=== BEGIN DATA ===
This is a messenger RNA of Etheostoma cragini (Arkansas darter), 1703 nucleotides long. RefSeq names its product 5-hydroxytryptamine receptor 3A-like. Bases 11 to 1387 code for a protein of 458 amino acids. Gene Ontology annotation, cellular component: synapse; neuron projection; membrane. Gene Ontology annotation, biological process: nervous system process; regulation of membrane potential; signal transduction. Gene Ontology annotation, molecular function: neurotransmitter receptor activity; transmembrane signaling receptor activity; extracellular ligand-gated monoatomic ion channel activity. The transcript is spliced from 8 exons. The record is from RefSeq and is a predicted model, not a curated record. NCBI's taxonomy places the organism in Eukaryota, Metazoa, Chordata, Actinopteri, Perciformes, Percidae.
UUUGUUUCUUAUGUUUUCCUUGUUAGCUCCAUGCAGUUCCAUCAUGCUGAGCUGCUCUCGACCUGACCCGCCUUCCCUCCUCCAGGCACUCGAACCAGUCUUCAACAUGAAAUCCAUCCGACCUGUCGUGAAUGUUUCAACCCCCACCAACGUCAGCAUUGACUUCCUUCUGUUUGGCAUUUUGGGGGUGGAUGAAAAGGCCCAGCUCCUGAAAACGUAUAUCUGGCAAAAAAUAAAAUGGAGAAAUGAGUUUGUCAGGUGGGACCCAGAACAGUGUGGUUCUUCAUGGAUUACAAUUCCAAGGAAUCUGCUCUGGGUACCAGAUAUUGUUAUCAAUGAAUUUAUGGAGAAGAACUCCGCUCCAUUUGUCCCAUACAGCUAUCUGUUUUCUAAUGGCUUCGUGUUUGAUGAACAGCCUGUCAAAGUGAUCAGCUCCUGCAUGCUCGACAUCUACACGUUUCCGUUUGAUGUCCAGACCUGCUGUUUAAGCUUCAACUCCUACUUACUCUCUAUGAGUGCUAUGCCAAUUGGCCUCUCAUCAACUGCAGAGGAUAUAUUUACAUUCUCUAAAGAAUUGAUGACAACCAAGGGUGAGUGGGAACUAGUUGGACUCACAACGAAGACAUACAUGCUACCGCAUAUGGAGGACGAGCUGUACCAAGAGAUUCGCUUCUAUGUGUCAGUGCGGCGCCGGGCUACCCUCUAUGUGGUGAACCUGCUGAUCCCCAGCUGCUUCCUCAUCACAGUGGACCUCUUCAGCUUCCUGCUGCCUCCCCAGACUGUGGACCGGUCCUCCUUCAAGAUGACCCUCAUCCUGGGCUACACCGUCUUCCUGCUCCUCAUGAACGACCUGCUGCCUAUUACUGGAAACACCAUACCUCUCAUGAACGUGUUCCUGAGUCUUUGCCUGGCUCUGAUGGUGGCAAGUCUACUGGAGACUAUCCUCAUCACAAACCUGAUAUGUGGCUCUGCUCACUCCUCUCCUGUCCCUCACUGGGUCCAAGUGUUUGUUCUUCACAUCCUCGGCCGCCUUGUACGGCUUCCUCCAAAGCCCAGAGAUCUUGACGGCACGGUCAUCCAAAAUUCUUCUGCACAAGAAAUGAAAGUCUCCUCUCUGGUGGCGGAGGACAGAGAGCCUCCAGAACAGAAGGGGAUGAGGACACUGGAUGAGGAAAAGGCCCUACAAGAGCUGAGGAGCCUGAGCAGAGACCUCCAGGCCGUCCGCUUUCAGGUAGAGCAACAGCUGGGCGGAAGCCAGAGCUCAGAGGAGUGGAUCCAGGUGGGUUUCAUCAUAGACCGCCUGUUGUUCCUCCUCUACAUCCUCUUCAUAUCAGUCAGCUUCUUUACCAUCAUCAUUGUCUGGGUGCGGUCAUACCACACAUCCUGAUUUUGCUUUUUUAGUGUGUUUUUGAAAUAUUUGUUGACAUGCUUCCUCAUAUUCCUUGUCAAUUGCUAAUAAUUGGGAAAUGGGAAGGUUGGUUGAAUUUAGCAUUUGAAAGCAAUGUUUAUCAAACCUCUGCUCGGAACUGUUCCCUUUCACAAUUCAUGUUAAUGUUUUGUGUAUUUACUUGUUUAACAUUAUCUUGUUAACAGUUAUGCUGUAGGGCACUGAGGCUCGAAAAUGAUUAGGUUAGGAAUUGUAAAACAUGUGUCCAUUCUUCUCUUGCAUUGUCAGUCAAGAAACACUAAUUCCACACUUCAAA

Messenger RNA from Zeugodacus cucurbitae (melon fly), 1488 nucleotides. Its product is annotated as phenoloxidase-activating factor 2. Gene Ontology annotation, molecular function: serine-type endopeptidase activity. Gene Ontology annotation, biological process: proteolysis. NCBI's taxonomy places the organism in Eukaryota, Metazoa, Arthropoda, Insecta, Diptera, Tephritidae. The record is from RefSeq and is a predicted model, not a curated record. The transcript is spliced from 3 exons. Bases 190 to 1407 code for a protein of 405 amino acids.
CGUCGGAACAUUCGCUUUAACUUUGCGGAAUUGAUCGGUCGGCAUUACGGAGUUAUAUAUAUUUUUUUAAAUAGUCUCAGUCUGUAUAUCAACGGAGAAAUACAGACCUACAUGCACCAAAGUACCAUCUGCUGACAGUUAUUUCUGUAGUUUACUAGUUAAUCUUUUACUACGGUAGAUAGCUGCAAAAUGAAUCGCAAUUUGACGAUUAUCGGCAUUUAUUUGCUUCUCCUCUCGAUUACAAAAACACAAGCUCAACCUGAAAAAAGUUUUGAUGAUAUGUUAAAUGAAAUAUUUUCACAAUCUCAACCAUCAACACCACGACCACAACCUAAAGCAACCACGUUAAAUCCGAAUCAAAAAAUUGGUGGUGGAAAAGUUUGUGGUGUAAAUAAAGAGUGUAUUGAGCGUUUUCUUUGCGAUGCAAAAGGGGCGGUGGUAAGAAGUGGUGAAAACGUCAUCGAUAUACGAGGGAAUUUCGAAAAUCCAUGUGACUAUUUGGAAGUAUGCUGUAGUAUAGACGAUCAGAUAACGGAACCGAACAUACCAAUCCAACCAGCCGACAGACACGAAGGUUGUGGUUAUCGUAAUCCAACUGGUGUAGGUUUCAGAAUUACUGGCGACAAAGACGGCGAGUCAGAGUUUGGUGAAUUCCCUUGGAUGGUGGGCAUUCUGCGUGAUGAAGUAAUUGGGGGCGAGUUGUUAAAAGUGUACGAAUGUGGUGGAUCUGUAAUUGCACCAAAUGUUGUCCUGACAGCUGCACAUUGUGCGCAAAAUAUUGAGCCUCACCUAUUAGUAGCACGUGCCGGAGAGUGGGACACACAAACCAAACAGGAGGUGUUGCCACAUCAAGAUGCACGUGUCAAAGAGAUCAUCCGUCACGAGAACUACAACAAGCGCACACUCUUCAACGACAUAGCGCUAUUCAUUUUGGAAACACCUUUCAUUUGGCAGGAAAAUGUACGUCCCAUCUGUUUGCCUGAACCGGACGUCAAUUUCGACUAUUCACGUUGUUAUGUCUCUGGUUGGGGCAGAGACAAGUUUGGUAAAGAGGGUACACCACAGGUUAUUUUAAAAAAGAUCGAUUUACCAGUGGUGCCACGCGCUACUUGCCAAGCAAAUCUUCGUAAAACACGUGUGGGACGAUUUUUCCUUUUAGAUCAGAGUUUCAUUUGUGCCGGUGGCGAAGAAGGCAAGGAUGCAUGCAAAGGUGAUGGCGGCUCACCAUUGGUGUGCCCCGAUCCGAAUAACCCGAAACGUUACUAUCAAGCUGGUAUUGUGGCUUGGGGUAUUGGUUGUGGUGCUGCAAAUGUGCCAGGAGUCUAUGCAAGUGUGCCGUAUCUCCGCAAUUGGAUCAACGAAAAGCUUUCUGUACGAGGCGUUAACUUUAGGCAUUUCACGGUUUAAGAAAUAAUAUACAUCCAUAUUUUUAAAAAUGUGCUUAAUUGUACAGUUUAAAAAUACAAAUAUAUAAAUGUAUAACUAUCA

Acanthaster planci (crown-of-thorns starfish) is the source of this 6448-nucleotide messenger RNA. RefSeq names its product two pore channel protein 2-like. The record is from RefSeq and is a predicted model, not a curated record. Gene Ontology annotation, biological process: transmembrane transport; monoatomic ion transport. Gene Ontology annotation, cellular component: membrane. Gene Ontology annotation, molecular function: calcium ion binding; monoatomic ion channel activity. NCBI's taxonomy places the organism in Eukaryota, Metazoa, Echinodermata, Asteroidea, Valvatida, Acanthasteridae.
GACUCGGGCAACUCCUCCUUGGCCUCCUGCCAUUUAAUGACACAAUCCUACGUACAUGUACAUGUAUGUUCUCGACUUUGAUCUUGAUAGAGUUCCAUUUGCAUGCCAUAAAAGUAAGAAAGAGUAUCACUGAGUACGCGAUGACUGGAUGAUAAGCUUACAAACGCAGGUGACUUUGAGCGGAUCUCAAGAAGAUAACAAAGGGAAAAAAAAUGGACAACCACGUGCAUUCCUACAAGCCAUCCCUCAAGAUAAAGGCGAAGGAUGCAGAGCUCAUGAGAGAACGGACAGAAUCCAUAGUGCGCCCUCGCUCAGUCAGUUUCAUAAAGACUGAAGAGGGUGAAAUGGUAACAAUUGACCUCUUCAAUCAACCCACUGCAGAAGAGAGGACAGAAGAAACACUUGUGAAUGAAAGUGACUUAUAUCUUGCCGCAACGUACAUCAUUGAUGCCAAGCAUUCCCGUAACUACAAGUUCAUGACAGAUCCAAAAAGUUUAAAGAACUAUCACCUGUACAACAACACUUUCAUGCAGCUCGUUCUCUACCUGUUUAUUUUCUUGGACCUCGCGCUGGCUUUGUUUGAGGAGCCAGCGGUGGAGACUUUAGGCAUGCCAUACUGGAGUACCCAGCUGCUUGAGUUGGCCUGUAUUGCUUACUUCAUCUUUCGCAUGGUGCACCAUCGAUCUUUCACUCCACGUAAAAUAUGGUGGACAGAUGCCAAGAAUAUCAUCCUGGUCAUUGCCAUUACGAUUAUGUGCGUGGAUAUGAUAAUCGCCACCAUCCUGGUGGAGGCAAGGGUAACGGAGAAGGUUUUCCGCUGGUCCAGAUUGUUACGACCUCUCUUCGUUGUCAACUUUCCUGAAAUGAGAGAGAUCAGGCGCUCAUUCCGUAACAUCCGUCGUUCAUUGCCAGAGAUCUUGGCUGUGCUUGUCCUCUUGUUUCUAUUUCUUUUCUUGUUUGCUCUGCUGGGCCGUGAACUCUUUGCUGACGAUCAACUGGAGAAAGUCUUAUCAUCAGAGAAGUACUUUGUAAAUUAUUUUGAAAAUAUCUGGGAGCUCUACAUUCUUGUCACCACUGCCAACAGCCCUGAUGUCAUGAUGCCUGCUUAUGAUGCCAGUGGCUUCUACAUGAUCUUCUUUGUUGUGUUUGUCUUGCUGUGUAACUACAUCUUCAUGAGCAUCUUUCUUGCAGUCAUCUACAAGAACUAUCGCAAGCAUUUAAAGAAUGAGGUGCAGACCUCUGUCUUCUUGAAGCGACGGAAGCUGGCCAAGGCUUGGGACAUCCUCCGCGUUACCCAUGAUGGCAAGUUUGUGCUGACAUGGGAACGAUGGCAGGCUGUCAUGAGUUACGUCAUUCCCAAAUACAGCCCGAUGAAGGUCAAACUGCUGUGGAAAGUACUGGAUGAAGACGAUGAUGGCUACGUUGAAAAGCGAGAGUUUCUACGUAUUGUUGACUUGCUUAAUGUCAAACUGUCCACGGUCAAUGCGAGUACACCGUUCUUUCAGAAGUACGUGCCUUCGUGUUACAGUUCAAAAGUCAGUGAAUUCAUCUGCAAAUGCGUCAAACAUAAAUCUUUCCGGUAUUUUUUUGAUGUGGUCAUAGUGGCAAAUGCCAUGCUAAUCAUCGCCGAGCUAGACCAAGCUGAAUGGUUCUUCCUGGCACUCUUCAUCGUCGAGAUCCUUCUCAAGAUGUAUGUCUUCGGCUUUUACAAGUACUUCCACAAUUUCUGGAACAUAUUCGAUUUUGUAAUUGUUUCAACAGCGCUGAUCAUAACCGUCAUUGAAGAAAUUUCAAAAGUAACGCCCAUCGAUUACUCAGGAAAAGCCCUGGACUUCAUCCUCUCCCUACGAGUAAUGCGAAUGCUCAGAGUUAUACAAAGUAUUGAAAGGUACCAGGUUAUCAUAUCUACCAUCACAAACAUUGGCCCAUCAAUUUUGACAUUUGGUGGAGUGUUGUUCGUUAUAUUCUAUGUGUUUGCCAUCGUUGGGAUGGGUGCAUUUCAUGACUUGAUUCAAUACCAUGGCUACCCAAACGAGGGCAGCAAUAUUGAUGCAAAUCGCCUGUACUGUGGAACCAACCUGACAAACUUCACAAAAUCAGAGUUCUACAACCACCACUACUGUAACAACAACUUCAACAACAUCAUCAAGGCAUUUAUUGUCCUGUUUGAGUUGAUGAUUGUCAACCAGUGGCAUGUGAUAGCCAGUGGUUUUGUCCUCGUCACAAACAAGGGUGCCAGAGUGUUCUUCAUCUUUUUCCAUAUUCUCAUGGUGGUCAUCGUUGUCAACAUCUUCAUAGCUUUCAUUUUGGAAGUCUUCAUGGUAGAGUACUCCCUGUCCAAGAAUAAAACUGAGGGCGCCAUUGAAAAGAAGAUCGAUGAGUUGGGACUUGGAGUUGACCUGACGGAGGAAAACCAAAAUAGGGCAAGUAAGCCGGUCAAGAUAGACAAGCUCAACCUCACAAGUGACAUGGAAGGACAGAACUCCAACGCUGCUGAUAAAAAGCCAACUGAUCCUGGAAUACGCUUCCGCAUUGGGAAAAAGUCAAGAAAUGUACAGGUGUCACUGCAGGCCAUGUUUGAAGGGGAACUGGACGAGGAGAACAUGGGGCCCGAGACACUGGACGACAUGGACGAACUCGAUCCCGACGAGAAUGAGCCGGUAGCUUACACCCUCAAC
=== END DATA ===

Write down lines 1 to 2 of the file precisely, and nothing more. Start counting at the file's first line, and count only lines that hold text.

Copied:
This is a messenger RNA of Etheostoma cragini (Arkansas darter), 1703 nucleotides long. RefSeq names its product 5-hydroxytryptamine receptor 3A-like. Bases 11 to 1387 code for a protein of 458 amino acids. Gene Ontology annotation, cellular component: synapse; neuron projection; membrane. Gene Ontology annotation, biological process: nervous system process; regulation of membrane potential; signal transduction. Gene Ontology annotation, molecular function: neurotransmitter receptor activity; transmembrane signaling receptor activity; extracellular ligand-gated monoatomic ion channel activity. The transcript is spliced from 8 exons. The record is from RefSeq and is a predicted model, not a curated record. NCBI's taxonomy places the organism in Eukaryota, Metazoa, Chordata, Actinopteri, Perciformes, Percidae.
UUUGUUUCUUAUGUUUUCCUUGUUAGCUCCAUGCAGUUCCAUCAUGCUGAGCUGCUCUCGACCUGACCCGCCUUCCCUCCUCCAGGCACUCGAACCAGUCUUCAACAUGAAAUCCAUCCGACCUGUCGUGAAUGUUUCAACCCCCACCAACGUCAGCAUUGACUUCCUUCUGUUUGGCAUUUUGGGGGUGGAUGAAAAGGCCCAGCUCCUGAAAACGUAUAUCUGGCAAAAAAUAAAAUGGAGAAAUGAGUUUGUCAGGUGGGACCCAGAACAGUGUGGUUCUUCAUGGAUUACAAUUCCAAGGAAUCUGCUCUGGGUACCAGAUAUUGUUAUCAAUGAAUUUAUGGAGAAGAACUCCGCUCCAUUUGUCCCAUACAGCUAUCUGUUUUCUAAUGGCUUCGUGUUUGAUGAACAGCCUGUCAAAGUGAUCAGCUCCUGCAUGCUCGACAUCUACACGUUUCCGUUUGAUGUCCAGACCUGCUGUUUAAGCUUCAACUCCUACUUACUCUCUAUGAGUGCUAUGCCAAUUGGCCUCUCAUCAACUGCAGAGGAUAUAUUUACAUUCUCUAAAGAAUUGAUGACAACCAAGGGUGAGUGGGAACUAGUUGGACUCACAACGAAGACAUACAUGCUACCGCAUAUGGAGGACGAGCUGUACCAAGAGAUUCGCUUCUAUGUGUCAGUGCGGCGCCGGGCUACCCUCUAUGUGGUGAACCUGCUGAUCCCCAGCUGCUUCCUCAUCACAGUGGACCUCUUCAGCUUCCUGCUGCCUCCCCAGACUGUGGACCGGUCCUCCUUCAAGAUGACCCUCAUCCUGGGCUACACCGUCUUCCUGCUCCUCAUGAACGACCUGCUGCCUAUUACUGGAAACACCAUACCUCUCAUGAACGUGUUCCUGAGUCUUUGCCUGGCUCUGAUGGUGGCAAGUCUACUGGAGACUAUCCUCAUCACAAACCUGAUAUGUGGCUCUGCUCACUCCUCUCCUGUCCCUCACUGGGUCCAAGUGUUUGUUCUUCACAUCCUCGGCCGCCUUGUACGGCUUCCUCCAAAGCCCAGAGAUCUUGACGGCACGGUCAUCCAAAAUUCUUCUGCACAAGAAAUGAAAGUCUCCUCUCUGGUGGCGGAGGACAGAGAGCCUCCAGAACAGAAGGGGAUGAGGACACUGGAUGAGGAAAAGGCCCUACAAGAGCUGAGGAGCCUGAGCAGAGACCUCCAGGCCGUCCGCUUUCAGGUAGAGCAACAGCUGGGCGGAAGCCAGAGCUCAGAGGAGUGGAUCCAGGUGGGUUUCAUCAUAGACCGCCUGUUGUUCCUCCUCUACAUCCUCUUCAUAUCAGUCAGCUUCUUUACCAUCAUCAUUGUCUGGGUGCGGUCAUACCACACAUCCUGAUUUUGCUUUUUUAGUGUGUUUUUGAAAUAUUUGUUGACAUGCUUCCUCAUAUUCCUUGUCAAUUGCUAAUAAUUGGGAAAUGGGAAGGUUGGUUGAAUUUAGCAUUUGAAAGCAAUGUUUAUCAAACCUCUGCUCGGAACUGUUCCCUUUCACAAUUCAUGUUAAUGUUUUGUGUAUUUACUUGUUUAACAUUAUCUUGUUAACAGUUAUGCUGUAGGGCACUGAGGCUCGAAAAUGAUUAGGUUAGGAAUUGUAAAACAUGUGUCCAUUCUUCUCUUGCAUUGUCAGUCAAGAAACACUAAUUCCACACUUCAAA